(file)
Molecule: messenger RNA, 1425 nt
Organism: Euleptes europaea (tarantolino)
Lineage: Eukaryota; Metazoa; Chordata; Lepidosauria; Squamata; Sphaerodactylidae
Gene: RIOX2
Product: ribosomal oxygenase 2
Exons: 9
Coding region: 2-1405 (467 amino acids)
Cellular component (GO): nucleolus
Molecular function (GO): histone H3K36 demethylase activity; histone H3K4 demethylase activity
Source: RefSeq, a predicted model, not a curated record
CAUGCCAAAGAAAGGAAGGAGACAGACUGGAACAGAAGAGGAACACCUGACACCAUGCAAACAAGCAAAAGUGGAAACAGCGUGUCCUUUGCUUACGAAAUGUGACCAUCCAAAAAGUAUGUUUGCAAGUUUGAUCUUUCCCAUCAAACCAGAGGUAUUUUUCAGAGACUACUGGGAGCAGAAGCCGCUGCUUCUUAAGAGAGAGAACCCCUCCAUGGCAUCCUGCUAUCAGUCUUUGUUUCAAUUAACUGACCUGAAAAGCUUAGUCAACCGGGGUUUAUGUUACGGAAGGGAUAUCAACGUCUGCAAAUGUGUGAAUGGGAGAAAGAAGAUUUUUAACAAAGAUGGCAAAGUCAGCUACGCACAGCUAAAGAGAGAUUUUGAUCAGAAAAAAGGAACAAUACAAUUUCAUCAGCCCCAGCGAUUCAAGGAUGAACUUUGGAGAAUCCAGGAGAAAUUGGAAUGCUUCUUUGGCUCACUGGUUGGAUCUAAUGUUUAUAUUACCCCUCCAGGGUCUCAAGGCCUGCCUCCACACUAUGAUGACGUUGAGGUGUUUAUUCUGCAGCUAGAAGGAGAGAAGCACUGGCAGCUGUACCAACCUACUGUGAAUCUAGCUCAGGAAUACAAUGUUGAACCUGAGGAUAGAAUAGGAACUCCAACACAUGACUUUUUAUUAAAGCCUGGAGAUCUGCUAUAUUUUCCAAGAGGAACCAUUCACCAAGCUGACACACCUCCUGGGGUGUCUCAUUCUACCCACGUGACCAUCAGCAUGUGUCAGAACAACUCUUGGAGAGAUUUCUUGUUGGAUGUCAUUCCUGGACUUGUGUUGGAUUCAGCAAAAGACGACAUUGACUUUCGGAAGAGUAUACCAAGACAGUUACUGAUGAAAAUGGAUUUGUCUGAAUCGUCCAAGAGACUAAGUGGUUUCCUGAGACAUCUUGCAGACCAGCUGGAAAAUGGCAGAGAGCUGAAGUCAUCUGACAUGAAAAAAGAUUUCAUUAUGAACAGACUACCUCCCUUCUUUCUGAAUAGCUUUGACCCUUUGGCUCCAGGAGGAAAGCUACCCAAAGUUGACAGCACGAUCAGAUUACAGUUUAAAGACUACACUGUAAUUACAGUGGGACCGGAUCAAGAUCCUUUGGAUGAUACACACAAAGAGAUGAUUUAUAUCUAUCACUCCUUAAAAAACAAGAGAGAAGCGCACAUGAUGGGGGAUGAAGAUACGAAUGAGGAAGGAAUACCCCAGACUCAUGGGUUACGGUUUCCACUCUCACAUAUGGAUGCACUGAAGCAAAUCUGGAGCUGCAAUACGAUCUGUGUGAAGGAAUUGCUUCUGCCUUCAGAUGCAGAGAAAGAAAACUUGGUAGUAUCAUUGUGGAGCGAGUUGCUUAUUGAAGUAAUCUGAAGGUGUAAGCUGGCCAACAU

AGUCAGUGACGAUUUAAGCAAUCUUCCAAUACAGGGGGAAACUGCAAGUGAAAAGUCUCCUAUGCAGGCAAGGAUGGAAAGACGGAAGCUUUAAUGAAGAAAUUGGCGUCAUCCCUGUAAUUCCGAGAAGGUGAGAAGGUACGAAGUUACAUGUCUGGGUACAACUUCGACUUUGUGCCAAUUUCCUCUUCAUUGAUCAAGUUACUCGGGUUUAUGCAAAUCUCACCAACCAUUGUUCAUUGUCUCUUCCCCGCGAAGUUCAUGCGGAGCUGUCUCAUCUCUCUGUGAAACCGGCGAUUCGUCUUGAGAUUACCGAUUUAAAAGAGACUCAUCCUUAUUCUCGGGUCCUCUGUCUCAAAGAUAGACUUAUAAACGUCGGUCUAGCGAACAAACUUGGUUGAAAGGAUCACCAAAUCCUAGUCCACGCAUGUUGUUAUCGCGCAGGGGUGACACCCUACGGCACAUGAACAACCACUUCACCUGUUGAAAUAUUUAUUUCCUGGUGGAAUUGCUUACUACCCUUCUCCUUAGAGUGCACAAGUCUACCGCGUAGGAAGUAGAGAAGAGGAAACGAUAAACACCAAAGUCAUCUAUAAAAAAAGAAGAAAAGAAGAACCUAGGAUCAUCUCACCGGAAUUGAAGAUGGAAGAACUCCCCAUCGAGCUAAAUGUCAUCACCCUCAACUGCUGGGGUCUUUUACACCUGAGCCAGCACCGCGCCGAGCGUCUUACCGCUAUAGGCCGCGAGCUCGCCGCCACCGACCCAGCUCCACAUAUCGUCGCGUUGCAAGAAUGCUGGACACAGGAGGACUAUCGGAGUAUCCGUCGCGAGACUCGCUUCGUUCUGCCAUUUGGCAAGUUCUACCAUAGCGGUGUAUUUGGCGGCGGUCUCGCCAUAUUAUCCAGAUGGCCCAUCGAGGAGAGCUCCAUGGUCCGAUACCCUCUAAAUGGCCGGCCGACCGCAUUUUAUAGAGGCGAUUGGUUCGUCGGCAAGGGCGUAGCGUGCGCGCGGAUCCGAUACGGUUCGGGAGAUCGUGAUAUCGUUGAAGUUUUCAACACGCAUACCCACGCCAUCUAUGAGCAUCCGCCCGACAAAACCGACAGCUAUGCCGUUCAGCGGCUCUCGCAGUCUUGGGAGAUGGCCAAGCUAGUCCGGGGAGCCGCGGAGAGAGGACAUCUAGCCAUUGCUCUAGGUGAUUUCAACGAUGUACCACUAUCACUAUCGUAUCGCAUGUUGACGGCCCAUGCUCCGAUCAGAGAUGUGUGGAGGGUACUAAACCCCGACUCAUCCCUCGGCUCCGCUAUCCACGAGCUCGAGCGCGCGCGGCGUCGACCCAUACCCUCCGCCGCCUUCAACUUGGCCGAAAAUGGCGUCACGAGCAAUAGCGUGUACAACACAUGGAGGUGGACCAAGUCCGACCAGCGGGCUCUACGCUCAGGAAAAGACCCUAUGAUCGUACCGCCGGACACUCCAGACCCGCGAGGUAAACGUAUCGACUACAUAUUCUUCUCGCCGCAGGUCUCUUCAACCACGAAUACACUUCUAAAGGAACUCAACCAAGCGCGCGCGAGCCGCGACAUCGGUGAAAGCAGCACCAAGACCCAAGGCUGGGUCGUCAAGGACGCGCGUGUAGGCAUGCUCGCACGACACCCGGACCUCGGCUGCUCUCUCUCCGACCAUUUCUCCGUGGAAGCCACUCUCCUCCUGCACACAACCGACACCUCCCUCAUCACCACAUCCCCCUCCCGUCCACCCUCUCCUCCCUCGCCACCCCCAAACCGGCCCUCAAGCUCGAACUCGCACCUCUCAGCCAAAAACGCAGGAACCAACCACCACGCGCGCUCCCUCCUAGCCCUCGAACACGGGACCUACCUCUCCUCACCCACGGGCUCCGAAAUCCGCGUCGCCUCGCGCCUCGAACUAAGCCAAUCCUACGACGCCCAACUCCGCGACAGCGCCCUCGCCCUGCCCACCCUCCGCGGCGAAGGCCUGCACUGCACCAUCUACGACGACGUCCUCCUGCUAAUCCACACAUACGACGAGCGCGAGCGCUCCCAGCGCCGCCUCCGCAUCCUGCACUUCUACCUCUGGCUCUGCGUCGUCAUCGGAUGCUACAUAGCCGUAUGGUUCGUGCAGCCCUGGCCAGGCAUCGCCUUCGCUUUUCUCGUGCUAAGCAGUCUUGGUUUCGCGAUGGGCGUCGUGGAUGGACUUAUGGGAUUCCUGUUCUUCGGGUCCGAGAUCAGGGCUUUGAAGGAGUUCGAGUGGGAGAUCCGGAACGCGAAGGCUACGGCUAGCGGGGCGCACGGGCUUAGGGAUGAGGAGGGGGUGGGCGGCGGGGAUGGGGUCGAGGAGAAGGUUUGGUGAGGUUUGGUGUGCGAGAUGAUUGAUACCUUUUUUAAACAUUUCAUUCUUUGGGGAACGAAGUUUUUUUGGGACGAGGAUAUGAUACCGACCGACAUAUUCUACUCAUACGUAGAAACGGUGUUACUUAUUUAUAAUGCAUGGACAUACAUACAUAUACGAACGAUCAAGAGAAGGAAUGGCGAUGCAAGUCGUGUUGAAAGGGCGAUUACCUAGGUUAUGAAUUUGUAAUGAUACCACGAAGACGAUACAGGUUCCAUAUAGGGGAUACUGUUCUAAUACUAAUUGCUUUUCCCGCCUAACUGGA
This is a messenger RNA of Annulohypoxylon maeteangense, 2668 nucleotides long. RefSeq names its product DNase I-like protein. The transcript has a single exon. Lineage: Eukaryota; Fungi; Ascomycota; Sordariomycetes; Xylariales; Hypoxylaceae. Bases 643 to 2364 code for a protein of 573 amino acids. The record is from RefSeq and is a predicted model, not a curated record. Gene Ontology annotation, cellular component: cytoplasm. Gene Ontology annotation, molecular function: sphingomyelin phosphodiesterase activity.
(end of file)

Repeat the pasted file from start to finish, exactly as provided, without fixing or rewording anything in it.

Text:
Molecule: messenger RNA, 1425 nt
Organism: Euleptes europaea (tarantolino)
Lineage: Eukaryota; Metazoa; Chordata; Lepidosauria; Squamata; Sphaerodactylidae
Gene: RIOX2
Product: ribosomal oxygenase 2
Exons: 9
Coding region: 2-1405 (467 amino acids)
Cellular component (GO): nucleolus
Molecular function (GO): histone H3K36 demethylase activity; histone H3K4 demethylase activity
Source: RefSeq, a predicted model, not a curated record
CAUGCCAAAGAAAGGAAGGAGACAGACUGGAACAGAAGAGGAACACCUGACACCAUGCAAACAAGCAAAAGUGGAAACAGCGUGUCCUUUGCUUACGAAAUGUGACCAUCCAAAAAGUAUGUUUGCAAGUUUGAUCUUUCCCAUCAAACCAGAGGUAUUUUUCAGAGACUACUGGGAGCAGAAGCCGCUGCUUCUUAAGAGAGAGAACCCCUCCAUGGCAUCCUGCUAUCAGUCUUUGUUUCAAUUAACUGACCUGAAAAGCUUAGUCAACCGGGGUUUAUGUUACGGAAGGGAUAUCAACGUCUGCAAAUGUGUGAAUGGGAGAAAGAAGAUUUUUAACAAAGAUGGCAAAGUCAGCUACGCACAGCUAAAGAGAGAUUUUGAUCAGAAAAAAGGAACAAUACAAUUUCAUCAGCCCCAGCGAUUCAAGGAUGAACUUUGGAGAAUCCAGGAGAAAUUGGAAUGCUUCUUUGGCUCACUGGUUGGAUCUAAUGUUUAUAUUACCCCUCCAGGGUCUCAAGGCCUGCCUCCACACUAUGAUGACGUUGAGGUGUUUAUUCUGCAGCUAGAAGGAGAGAAGCACUGGCAGCUGUACCAACCUACUGUGAAUCUAGCUCAGGAAUACAAUGUUGAACCUGAGGAUAGAAUAGGAACUCCAACACAUGACUUUUUAUUAAAGCCUGGAGAUCUGCUAUAUUUUCCAAGAGGAACCAUUCACCAAGCUGACACACCUCCUGGGGUGUCUCAUUCUACCCACGUGACCAUCAGCAUGUGUCAGAACAACUCUUGGAGAGAUUUCUUGUUGGAUGUCAUUCCUGGACUUGUGUUGGAUUCAGCAAAAGACGACAUUGACUUUCGGAAGAGUAUACCAAGACAGUUACUGAUGAAAAUGGAUUUGUCUGAAUCGUCCAAGAGACUAAGUGGUUUCCUGAGACAUCUUGCAGACCAGCUGGAAAAUGGCAGAGAGCUGAAGUCAUCUGACAUGAAAAAAGAUUUCAUUAUGAACAGACUACCUCCCUUCUUUCUGAAUAGCUUUGACCCUUUGGCUCCAGGAGGAAAGCUACCCAAAGUUGACAGCACGAUCAGAUUACAGUUUAAAGACUACACUGUAAUUACAGUGGGACCGGAUCAAGAUCCUUUGGAUGAUACACACAAAGAGAUGAUUUAUAUCUAUCACUCCUUAAAAAACAAGAGAGAAGCGCACAUGAUGGGGGAUGAAGAUACGAAUGAGGAAGGAAUACCCCAGACUCAUGGGUUACGGUUUCCACUCUCACAUAUGGAUGCACUGAAGCAAAUCUGGAGCUGCAAUACGAUCUGUGUGAAGGAAUUGCUUCUGCCUUCAGAUGCAGAGAAAGAAAACUUGGUAGUAUCAUUGUGGAGCGAGUUGCUUAUUGAAGUAAUCUGAAGGUGUAAGCUGGCCAACAU

AGUCAGUGACGAUUUAAGCAAUCUUCCAAUACAGGGGGAAACUGCAAGUGAAAAGUCUCCUAUGCAGGCAAGGAUGGAAAGACGGAAGCUUUAAUGAAGAAAUUGGCGUCAUCCCUGUAAUUCCGAGAAGGUGAGAAGGUACGAAGUUACAUGUCUGGGUACAACUUCGACUUUGUGCCAAUUUCCUCUUCAUUGAUCAAGUUACUCGGGUUUAUGCAAAUCUCACCAACCAUUGUUCAUUGUCUCUUCCCCGCGAAGUUCAUGCGGAGCUGUCUCAUCUCUCUGUGAAACCGGCGAUUCGUCUUGAGAUUACCGAUUUAAAAGAGACUCAUCCUUAUUCUCGGGUCCUCUGUCUCAAAGAUAGACUUAUAAACGUCGGUCUAGCGAACAAACUUGGUUGAAAGGAUCACCAAAUCCUAGUCCACGCAUGUUGUUAUCGCGCAGGGGUGACACCCUACGGCACAUGAACAACCACUUCACCUGUUGAAAUAUUUAUUUCCUGGUGGAAUUGCUUACUACCCUUCUCCUUAGAGUGCACAAGUCUACCGCGUAGGAAGUAGAGAAGAGGAAACGAUAAACACCAAAGUCAUCUAUAAAAAAAGAAGAAAAGAAGAACCUAGGAUCAUCUCACCGGAAUUGAAGAUGGAAGAACUCCCCAUCGAGCUAAAUGUCAUCACCCUCAACUGCUGGGGUCUUUUACACCUGAGCCAGCACCGCGCCGAGCGUCUUACCGCUAUAGGCCGCGAGCUCGCCGCCACCGACCCAGCUCCACAUAUCGUCGCGUUGCAAGAAUGCUGGACACAGGAGGACUAUCGGAGUAUCCGUCGCGAGACUCGCUUCGUUCUGCCAUUUGGCAAGUUCUACCAUAGCGGUGUAUUUGGCGGCGGUCUCGCCAUAUUAUCCAGAUGGCCCAUCGAGGAGAGCUCCAUGGUCCGAUACCCUCUAAAUGGCCGGCCGACCGCAUUUUAUAGAGGCGAUUGGUUCGUCGGCAAGGGCGUAGCGUGCGCGCGGAUCCGAUACGGUUCGGGAGAUCGUGAUAUCGUUGAAGUUUUCAACACGCAUACCCACGCCAUCUAUGAGCAUCCGCCCGACAAAACCGACAGCUAUGCCGUUCAGCGGCUCUCGCAGUCUUGGGAGAUGGCCAAGCUAGUCCGGGGAGCCGCGGAGAGAGGACAUCUAGCCAUUGCUCUAGGUGAUUUCAACGAUGUACCACUAUCACUAUCGUAUCGCAUGUUGACGGCCCAUGCUCCGAUCAGAGAUGUGUGGAGGGUACUAAACCCCGACUCAUCCCUCGGCUCCGCUAUCCACGAGCUCGAGCGCGCGCGGCGUCGACCCAUACCCUCCGCCGCCUUCAACUUGGCCGAAAAUGGCGUCACGAGCAAUAGCGUGUACAACACAUGGAGGUGGACCAAGUCCGACCAGCGGGCUCUACGCUCAGGAAAAGACCCUAUGAUCGUACCGCCGGACACUCCAGACCCGCGAGGUAAACGUAUCGACUACAUAUUCUUCUCGCCGCAGGUCUCUUCAACCACGAAUACACUUCUAAAGGAACUCAACCAAGCGCGCGCGAGCCGCGACAUCGGUGAAAGCAGCACCAAGACCCAAGGCUGGGUCGUCAAGGACGCGCGUGUAGGCAUGCUCGCACGACACCCGGACCUCGGCUGCUCUCUCUCCGACCAUUUCUCCGUGGAAGCCACUCUCCUCCUGCACACAACCGACACCUCCCUCAUCACCACAUCCCCCUCCCGUCCACCCUCUCCUCCCUCGCCACCCCCAAACCGGCCCUCAAGCUCGAACUCGCACCUCUCAGCCAAAAACGCAGGAACCAACCACCACGCGCGCUCCCUCCUAGCCCUCGAACACGGGACCUACCUCUCCUCACCCACGGGCUCCGAAAUCCGCGUCGCCUCGCGCCUCGAACUAAGCCAAUCCUACGACGCCCAACUCCGCGACAGCGCCCUCGCCCUGCCCACCCUCCGCGGCGAAGGCCUGCACUGCACCAUCUACGACGACGUCCUCCUGCUAAUCCACACAUACGACGAGCGCGAGCGCUCCCAGCGCCGCCUCCGCAUCCUGCACUUCUACCUCUGGCUCUGCGUCGUCAUCGGAUGCUACAUAGCCGUAUGGUUCGUGCAGCCCUGGCCAGGCAUCGCCUUCGCUUUUCUCGUGCUAAGCAGUCUUGGUUUCGCGAUGGGCGUCGUGGAUGGACUUAUGGGAUUCCUGUUCUUCGGGUCCGAGAUCAGGGCUUUGAAGGAGUUCGAGUGGGAGAUCCGGAACGCGAAGGCUACGGCUAGCGGGGCGCACGGGCUUAGGGAUGAGGAGGGGGUGGGCGGCGGGGAUGGGGUCGAGGAGAAGGUUUGGUGAGGUUUGGUGUGCGAGAUGAUUGAUACCUUUUUUAAACAUUUCAUUCUUUGGGGAACGAAGUUUUUUUGGGACGAGGAUAUGAUACCGACCGACAUAUUCUACUCAUACGUAGAAACGGUGUUACUUAUUUAUAAUGCAUGGACAUACAUACAUAUACGAACGAUCAAGAGAAGGAAUGGCGAUGCAAGUCGUGUUGAAAGGGCGAUUACCUAGGUUAUGAAUUUGUAAUGAUACCACGAAGACGAUACAGGUUCCAUAUAGGGGAUACUGUUCUAAUACUAAUUGCUUUUCCCGCCUAACUGGA
This is a messenger RNA of Annulohypoxylon maeteangense, 2668 nucleotides long. RefSeq names its product DNase I-like protein. The transcript has a single exon. Lineage: Eukaryota; Fungi; Ascomycota; Sordariomycetes; Xylariales; Hypoxylaceae. Bases 643 to 2364 code for a protein of 573 amino acids. The record is from RefSeq and is a predicted model, not a curated record. Gene Ontology annotation, cellular component: cytoplasm. Gene Ontology annotation, molecular function: sphingomyelin phosphodiesterase activity.